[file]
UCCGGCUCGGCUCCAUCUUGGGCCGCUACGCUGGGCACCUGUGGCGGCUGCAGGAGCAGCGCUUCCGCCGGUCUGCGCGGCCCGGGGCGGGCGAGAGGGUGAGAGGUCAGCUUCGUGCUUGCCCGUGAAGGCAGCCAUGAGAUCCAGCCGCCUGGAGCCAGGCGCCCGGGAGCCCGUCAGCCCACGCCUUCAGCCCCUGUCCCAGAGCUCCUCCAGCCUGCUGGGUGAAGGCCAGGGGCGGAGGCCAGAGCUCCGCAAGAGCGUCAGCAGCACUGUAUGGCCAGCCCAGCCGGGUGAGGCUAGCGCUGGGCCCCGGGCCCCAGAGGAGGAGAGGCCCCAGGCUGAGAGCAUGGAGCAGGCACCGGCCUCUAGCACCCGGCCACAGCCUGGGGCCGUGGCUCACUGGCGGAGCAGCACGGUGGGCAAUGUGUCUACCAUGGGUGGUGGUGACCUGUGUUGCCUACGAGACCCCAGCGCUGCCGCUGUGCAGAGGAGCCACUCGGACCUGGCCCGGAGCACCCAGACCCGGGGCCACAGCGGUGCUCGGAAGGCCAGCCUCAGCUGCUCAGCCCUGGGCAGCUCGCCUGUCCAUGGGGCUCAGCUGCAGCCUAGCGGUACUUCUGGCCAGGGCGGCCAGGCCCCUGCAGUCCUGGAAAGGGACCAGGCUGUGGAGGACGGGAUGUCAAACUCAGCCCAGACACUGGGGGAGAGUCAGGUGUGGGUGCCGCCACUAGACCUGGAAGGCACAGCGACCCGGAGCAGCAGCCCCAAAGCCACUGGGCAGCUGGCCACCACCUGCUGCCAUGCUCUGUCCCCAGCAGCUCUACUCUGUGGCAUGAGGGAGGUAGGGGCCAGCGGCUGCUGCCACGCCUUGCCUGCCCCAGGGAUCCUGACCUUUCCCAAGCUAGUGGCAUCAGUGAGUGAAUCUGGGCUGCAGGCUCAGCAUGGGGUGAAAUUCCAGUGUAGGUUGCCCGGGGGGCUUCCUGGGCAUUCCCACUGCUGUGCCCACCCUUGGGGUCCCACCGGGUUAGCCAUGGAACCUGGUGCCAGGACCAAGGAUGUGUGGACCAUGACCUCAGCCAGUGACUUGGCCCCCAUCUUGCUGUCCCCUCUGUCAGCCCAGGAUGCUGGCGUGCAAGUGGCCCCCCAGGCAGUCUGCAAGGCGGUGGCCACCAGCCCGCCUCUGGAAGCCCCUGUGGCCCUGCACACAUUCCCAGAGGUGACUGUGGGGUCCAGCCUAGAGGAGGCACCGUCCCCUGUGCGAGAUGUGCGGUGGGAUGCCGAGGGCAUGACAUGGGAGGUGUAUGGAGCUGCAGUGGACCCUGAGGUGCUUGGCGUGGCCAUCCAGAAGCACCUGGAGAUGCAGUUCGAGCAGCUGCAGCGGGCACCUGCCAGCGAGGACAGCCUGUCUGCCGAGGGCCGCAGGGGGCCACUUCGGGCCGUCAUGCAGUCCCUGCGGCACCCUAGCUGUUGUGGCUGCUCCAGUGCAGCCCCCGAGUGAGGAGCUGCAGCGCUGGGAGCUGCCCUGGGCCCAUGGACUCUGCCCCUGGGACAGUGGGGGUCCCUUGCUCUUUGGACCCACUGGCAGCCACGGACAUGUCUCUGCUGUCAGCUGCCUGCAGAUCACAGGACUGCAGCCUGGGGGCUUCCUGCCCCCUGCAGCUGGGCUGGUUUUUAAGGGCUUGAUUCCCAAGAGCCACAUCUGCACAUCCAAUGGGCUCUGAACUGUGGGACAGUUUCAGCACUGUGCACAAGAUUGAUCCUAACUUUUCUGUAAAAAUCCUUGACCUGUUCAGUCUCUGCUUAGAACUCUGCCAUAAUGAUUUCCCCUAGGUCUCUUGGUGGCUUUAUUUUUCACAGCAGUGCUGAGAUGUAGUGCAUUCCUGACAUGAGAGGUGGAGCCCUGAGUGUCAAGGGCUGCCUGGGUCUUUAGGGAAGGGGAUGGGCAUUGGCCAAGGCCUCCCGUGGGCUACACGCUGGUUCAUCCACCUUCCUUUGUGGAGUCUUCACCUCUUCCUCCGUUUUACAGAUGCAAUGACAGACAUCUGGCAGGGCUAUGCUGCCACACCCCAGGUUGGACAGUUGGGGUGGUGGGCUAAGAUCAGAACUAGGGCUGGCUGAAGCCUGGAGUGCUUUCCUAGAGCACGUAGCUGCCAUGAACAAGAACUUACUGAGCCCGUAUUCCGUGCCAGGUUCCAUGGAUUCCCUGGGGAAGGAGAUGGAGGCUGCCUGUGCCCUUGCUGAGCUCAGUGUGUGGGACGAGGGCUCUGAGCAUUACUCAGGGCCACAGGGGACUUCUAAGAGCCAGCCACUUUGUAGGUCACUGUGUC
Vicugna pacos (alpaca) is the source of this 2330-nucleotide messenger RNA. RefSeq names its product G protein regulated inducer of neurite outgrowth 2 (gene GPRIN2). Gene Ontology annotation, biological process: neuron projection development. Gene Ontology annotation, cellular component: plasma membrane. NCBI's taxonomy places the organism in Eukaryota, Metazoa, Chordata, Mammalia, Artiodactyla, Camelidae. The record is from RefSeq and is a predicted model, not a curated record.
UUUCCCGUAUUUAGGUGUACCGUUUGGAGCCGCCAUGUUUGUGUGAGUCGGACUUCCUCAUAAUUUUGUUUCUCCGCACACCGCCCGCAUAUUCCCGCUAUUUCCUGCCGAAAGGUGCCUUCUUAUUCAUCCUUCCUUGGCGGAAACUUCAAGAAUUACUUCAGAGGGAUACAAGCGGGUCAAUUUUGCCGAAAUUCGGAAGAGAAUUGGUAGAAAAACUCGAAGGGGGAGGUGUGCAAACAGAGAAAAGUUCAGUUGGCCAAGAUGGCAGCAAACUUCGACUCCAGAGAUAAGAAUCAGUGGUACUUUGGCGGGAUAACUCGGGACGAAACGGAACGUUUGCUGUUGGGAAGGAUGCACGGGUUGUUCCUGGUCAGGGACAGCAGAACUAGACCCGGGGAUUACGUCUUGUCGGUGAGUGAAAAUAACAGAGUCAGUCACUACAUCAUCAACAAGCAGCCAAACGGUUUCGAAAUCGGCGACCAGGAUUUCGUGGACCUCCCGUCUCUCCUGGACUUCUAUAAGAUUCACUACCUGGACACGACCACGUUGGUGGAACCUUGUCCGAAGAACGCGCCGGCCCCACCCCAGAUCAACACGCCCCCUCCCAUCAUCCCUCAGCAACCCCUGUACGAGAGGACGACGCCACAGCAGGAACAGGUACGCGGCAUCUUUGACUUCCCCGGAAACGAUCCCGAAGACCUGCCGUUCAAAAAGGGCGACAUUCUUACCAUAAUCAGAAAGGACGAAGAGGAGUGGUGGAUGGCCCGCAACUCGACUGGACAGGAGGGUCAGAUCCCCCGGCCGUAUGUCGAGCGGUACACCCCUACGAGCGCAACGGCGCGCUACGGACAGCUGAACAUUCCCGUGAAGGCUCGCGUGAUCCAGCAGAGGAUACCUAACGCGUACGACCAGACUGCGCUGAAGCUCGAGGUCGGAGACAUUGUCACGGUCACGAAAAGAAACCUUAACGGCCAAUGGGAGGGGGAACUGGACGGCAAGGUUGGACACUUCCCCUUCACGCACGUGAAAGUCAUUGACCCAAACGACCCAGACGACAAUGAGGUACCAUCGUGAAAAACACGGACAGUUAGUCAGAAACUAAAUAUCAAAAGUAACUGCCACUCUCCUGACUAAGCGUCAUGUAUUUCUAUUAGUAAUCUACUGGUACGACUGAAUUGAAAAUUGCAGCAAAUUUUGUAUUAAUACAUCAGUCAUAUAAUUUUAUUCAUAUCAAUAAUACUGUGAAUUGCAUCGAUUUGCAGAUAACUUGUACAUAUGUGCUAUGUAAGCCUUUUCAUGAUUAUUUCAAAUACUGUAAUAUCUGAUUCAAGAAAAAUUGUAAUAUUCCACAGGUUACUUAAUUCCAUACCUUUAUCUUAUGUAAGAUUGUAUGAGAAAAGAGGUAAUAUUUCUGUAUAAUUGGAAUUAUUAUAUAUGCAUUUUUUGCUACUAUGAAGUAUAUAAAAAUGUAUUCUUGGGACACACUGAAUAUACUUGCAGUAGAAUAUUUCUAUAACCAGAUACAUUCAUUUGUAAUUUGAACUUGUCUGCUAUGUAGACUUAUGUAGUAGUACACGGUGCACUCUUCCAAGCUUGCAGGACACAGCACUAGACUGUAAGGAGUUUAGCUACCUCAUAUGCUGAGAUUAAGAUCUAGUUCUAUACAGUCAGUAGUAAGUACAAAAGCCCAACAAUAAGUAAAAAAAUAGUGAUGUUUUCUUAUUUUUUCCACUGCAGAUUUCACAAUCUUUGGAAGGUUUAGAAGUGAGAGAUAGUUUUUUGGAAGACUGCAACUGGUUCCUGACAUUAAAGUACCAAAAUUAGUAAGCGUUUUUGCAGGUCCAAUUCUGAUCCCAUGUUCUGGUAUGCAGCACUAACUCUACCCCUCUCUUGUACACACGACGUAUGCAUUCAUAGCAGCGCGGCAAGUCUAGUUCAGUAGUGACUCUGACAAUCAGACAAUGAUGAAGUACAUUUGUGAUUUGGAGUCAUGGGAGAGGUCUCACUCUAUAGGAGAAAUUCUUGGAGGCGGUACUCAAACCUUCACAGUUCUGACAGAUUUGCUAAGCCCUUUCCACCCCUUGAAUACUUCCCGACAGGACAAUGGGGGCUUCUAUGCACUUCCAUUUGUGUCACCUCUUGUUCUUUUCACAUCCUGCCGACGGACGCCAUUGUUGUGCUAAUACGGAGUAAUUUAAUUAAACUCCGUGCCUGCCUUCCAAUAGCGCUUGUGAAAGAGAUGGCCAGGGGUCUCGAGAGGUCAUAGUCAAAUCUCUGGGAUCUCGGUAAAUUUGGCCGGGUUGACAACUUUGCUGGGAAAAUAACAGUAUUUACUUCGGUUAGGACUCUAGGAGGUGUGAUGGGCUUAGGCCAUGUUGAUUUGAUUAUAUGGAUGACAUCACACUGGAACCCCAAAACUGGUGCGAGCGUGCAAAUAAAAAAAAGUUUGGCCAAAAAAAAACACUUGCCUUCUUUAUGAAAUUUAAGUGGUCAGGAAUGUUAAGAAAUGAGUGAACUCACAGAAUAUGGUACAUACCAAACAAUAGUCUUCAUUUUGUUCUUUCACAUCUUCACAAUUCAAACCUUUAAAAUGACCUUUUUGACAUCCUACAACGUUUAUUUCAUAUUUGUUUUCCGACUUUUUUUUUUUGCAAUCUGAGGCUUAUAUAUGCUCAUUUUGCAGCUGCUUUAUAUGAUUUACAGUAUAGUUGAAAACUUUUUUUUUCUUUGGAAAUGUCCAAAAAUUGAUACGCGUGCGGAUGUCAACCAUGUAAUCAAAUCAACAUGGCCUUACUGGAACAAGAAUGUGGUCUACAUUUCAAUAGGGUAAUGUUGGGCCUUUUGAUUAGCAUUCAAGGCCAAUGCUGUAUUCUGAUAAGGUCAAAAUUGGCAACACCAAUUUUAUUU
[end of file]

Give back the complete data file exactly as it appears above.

UCCGGCUCGGCUCCAUCUUGGGCCGCUACGCUGGGCACCUGUGGCGGCUGCAGGAGCAGCGCUUCCGCCGGUCUGCGCGGCCCGGGGCGGGCGAGAGGGUGAGAGGUCAGCUUCGUGCUUGCCCGUGAAGGCAGCCAUGAGAUCCAGCCGCCUGGAGCCAGGCGCCCGGGAGCCCGUCAGCCCACGCCUUCAGCCCCUGUCCCAGAGCUCCUCCAGCCUGCUGGGUGAAGGCCAGGGGCGGAGGCCAGAGCUCCGCAAGAGCGUCAGCAGCACUGUAUGGCCAGCCCAGCCGGGUGAGGCUAGCGCUGGGCCCCGGGCCCCAGAGGAGGAGAGGCCCCAGGCUGAGAGCAUGGAGCAGGCACCGGCCUCUAGCACCCGGCCACAGCCUGGGGCCGUGGCUCACUGGCGGAGCAGCACGGUGGGCAAUGUGUCUACCAUGGGUGGUGGUGACCUGUGUUGCCUACGAGACCCCAGCGCUGCCGCUGUGCAGAGGAGCCACUCGGACCUGGCCCGGAGCACCCAGACCCGGGGCCACAGCGGUGCUCGGAAGGCCAGCCUCAGCUGCUCAGCCCUGGGCAGCUCGCCUGUCCAUGGGGCUCAGCUGCAGCCUAGCGGUACUUCUGGCCAGGGCGGCCAGGCCCCUGCAGUCCUGGAAAGGGACCAGGCUGUGGAGGACGGGAUGUCAAACUCAGCCCAGACACUGGGGGAGAGUCAGGUGUGGGUGCCGCCACUAGACCUGGAAGGCACAGCGACCCGGAGCAGCAGCCCCAAAGCCACUGGGCAGCUGGCCACCACCUGCUGCCAUGCUCUGUCCCCAGCAGCUCUACUCUGUGGCAUGAGGGAGGUAGGGGCCAGCGGCUGCUGCCACGCCUUGCCUGCCCCAGGGAUCCUGACCUUUCCCAAGCUAGUGGCAUCAGUGAGUGAAUCUGGGCUGCAGGCUCAGCAUGGGGUGAAAUUCCAGUGUAGGUUGCCCGGGGGGCUUCCUGGGCAUUCCCACUGCUGUGCCCACCCUUGGGGUCCCACCGGGUUAGCCAUGGAACCUGGUGCCAGGACCAAGGAUGUGUGGACCAUGACCUCAGCCAGUGACUUGGCCCCCAUCUUGCUGUCCCCUCUGUCAGCCCAGGAUGCUGGCGUGCAAGUGGCCCCCCAGGCAGUCUGCAAGGCGGUGGCCACCAGCCCGCCUCUGGAAGCCCCUGUGGCCCUGCACACAUUCCCAGAGGUGACUGUGGGGUCCAGCCUAGAGGAGGCACCGUCCCCUGUGCGAGAUGUGCGGUGGGAUGCCGAGGGCAUGACAUGGGAGGUGUAUGGAGCUGCAGUGGACCCUGAGGUGCUUGGCGUGGCCAUCCAGAAGCACCUGGAGAUGCAGUUCGAGCAGCUGCAGCGGGCACCUGCCAGCGAGGACAGCCUGUCUGCCGAGGGCCGCAGGGGGCCACUUCGGGCCGUCAUGCAGUCCCUGCGGCACCCUAGCUGUUGUGGCUGCUCCAGUGCAGCCCCCGAGUGAGGAGCUGCAGCGCUGGGAGCUGCCCUGGGCCCAUGGACUCUGCCCCUGGGACAGUGGGGGUCCCUUGCUCUUUGGACCCACUGGCAGCCACGGACAUGUCUCUGCUGUCAGCUGCCUGCAGAUCACAGGACUGCAGCCUGGGGGCUUCCUGCCCCCUGCAGCUGGGCUGGUUUUUAAGGGCUUGAUUCCCAAGAGCCACAUCUGCACAUCCAAUGGGCUCUGAACUGUGGGACAGUUUCAGCACUGUGCACAAGAUUGAUCCUAACUUUUCUGUAAAAAUCCUUGACCUGUUCAGUCUCUGCUUAGAACUCUGCCAUAAUGAUUUCCCCUAGGUCUCUUGGUGGCUUUAUUUUUCACAGCAGUGCUGAGAUGUAGUGCAUUCCUGACAUGAGAGGUGGAGCCCUGAGUGUCAAGGGCUGCCUGGGUCUUUAGGGAAGGGGAUGGGCAUUGGCCAAGGCCUCCCGUGGGCUACACGCUGGUUCAUCCACCUUCCUUUGUGGAGUCUUCACCUCUUCCUCCGUUUUACAGAUGCAAUGACAGACAUCUGGCAGGGCUAUGCUGCCACACCCCAGGUUGGACAGUUGGGGUGGUGGGCUAAGAUCAGAACUAGGGCUGGCUGAAGCCUGGAGUGCUUUCCUAGAGCACGUAGCUGCCAUGAACAAGAACUUACUGAGCCCGUAUUCCGUGCCAGGUUCCAUGGAUUCCCUGGGGAAGGAGAUGGAGGCUGCCUGUGCCCUUGCUGAGCUCAGUGUGUGGGACGAGGGCUCUGAGCAUUACUCAGGGCCACAGGGGACUUCUAAGAGCCAGCCACUUUGUAGGUCACUGUGUC
Vicugna pacos (alpaca) is the source of this 2330-nucleotide messenger RNA. RefSeq names its product G protein regulated inducer of neurite outgrowth 2 (gene GPRIN2). Gene Ontology annotation, biological process: neuron projection development. Gene Ontology annotation, cellular component: plasma membrane. NCBI's taxonomy places the organism in Eukaryota, Metazoa, Chordata, Mammalia, Artiodactyla, Camelidae. The record is from RefSeq and is a predicted model, not a curated record.
UUUCCCGUAUUUAGGUGUACCGUUUGGAGCCGCCAUGUUUGUGUGAGUCGGACUUCCUCAUAAUUUUGUUUCUCCGCACACCGCCCGCAUAUUCCCGCUAUUUCCUGCCGAAAGGUGCCUUCUUAUUCAUCCUUCCUUGGCGGAAACUUCAAGAAUUACUUCAGAGGGAUACAAGCGGGUCAAUUUUGCCGAAAUUCGGAAGAGAAUUGGUAGAAAAACUCGAAGGGGGAGGUGUGCAAACAGAGAAAAGUUCAGUUGGCCAAGAUGGCAGCAAACUUCGACUCCAGAGAUAAGAAUCAGUGGUACUUUGGCGGGAUAACUCGGGACGAAACGGAACGUUUGCUGUUGGGAAGGAUGCACGGGUUGUUCCUGGUCAGGGACAGCAGAACUAGACCCGGGGAUUACGUCUUGUCGGUGAGUGAAAAUAACAGAGUCAGUCACUACAUCAUCAACAAGCAGCCAAACGGUUUCGAAAUCGGCGACCAGGAUUUCGUGGACCUCCCGUCUCUCCUGGACUUCUAUAAGAUUCACUACCUGGACACGACCACGUUGGUGGAACCUUGUCCGAAGAACGCGCCGGCCCCACCCCAGAUCAACACGCCCCCUCCCAUCAUCCCUCAGCAACCCCUGUACGAGAGGACGACGCCACAGCAGGAACAGGUACGCGGCAUCUUUGACUUCCCCGGAAACGAUCCCGAAGACCUGCCGUUCAAAAAGGGCGACAUUCUUACCAUAAUCAGAAAGGACGAAGAGGAGUGGUGGAUGGCCCGCAACUCGACUGGACAGGAGGGUCAGAUCCCCCGGCCGUAUGUCGAGCGGUACACCCCUACGAGCGCAACGGCGCGCUACGGACAGCUGAACAUUCCCGUGAAGGCUCGCGUGAUCCAGCAGAGGAUACCUAACGCGUACGACCAGACUGCGCUGAAGCUCGAGGUCGGAGACAUUGUCACGGUCACGAAAAGAAACCUUAACGGCCAAUGGGAGGGGGAACUGGACGGCAAGGUUGGACACUUCCCCUUCACGCACGUGAAAGUCAUUGACCCAAACGACCCAGACGACAAUGAGGUACCAUCGUGAAAAACACGGACAGUUAGUCAGAAACUAAAUAUCAAAAGUAACUGCCACUCUCCUGACUAAGCGUCAUGUAUUUCUAUUAGUAAUCUACUGGUACGACUGAAUUGAAAAUUGCAGCAAAUUUUGUAUUAAUACAUCAGUCAUAUAAUUUUAUUCAUAUCAAUAAUACUGUGAAUUGCAUCGAUUUGCAGAUAACUUGUACAUAUGUGCUAUGUAAGCCUUUUCAUGAUUAUUUCAAAUACUGUAAUAUCUGAUUCAAGAAAAAUUGUAAUAUUCCACAGGUUACUUAAUUCCAUACCUUUAUCUUAUGUAAGAUUGUAUGAGAAAAGAGGUAAUAUUUCUGUAUAAUUGGAAUUAUUAUAUAUGCAUUUUUUGCUACUAUGAAGUAUAUAAAAAUGUAUUCUUGGGACACACUGAAUAUACUUGCAGUAGAAUAUUUCUAUAACCAGAUACAUUCAUUUGUAAUUUGAACUUGUCUGCUAUGUAGACUUAUGUAGUAGUACACGGUGCACUCUUCCAAGCUUGCAGGACACAGCACUAGACUGUAAGGAGUUUAGCUACCUCAUAUGCUGAGAUUAAGAUCUAGUUCUAUACAGUCAGUAGUAAGUACAAAAGCCCAACAAUAAGUAAAAAAAUAGUGAUGUUUUCUUAUUUUUUCCACUGCAGAUUUCACAAUCUUUGGAAGGUUUAGAAGUGAGAGAUAGUUUUUUGGAAGACUGCAACUGGUUCCUGACAUUAAAGUACCAAAAUUAGUAAGCGUUUUUGCAGGUCCAAUUCUGAUCCCAUGUUCUGGUAUGCAGCACUAACUCUACCCCUCUCUUGUACACACGACGUAUGCAUUCAUAGCAGCGCGGCAAGUCUAGUUCAGUAGUGACUCUGACAAUCAGACAAUGAUGAAGUACAUUUGUGAUUUGGAGUCAUGGGAGAGGUCUCACUCUAUAGGAGAAAUUCUUGGAGGCGGUACUCAAACCUUCACAGUUCUGACAGAUUUGCUAAGCCCUUUCCACCCCUUGAAUACUUCCCGACAGGACAAUGGGGGCUUCUAUGCACUUCCAUUUGUGUCACCUCUUGUUCUUUUCACAUCCUGCCGACGGACGCCAUUGUUGUGCUAAUACGGAGUAAUUUAAUUAAACUCCGUGCCUGCCUUCCAAUAGCGCUUGUGAAAGAGAUGGCCAGGGGUCUCGAGAGGUCAUAGUCAAAUCUCUGGGAUCUCGGUAAAUUUGGCCGGGUUGACAACUUUGCUGGGAAAAUAACAGUAUUUACUUCGGUUAGGACUCUAGGAGGUGUGAUGGGCUUAGGCCAUGUUGAUUUGAUUAUAUGGAUGACAUCACACUGGAACCCCAAAACUGGUGCGAGCGUGCAAAUAAAAAAAAGUUUGGCCAAAAAAAAACACUUGCCUUCUUUAUGAAAUUUAAGUGGUCAGGAAUGUUAAGAAAUGAGUGAACUCACAGAAUAUGGUACAUACCAAACAAUAGUCUUCAUUUUGUUCUUUCACAUCUUCACAAUUCAAACCUUUAAAAUGACCUUUUUGACAUCCUACAACGUUUAUUUCAUAUUUGUUUUCCGACUUUUUUUUUUUGCAAUCUGAGGCUUAUAUAUGCUCAUUUUGCAGCUGCUUUAUAUGAUUUACAGUAUAGUUGAAAACUUUUUUUUUCUUUGGAAAUGUCCAAAAAUUGAUACGCGUGCGGAUGUCAACCAUGUAAUCAAAUCAACAUGGCCUUACUGGAACAAGAAUGUGGUCUACAUUUCAAUAGGGUAAUGUUGGGCCUUUUGAUUAGCAUUCAAGGCCAAUGCUGUAUUCUGAUAAGGUCAAAAUUGGCAACACCAAUUUUAUUU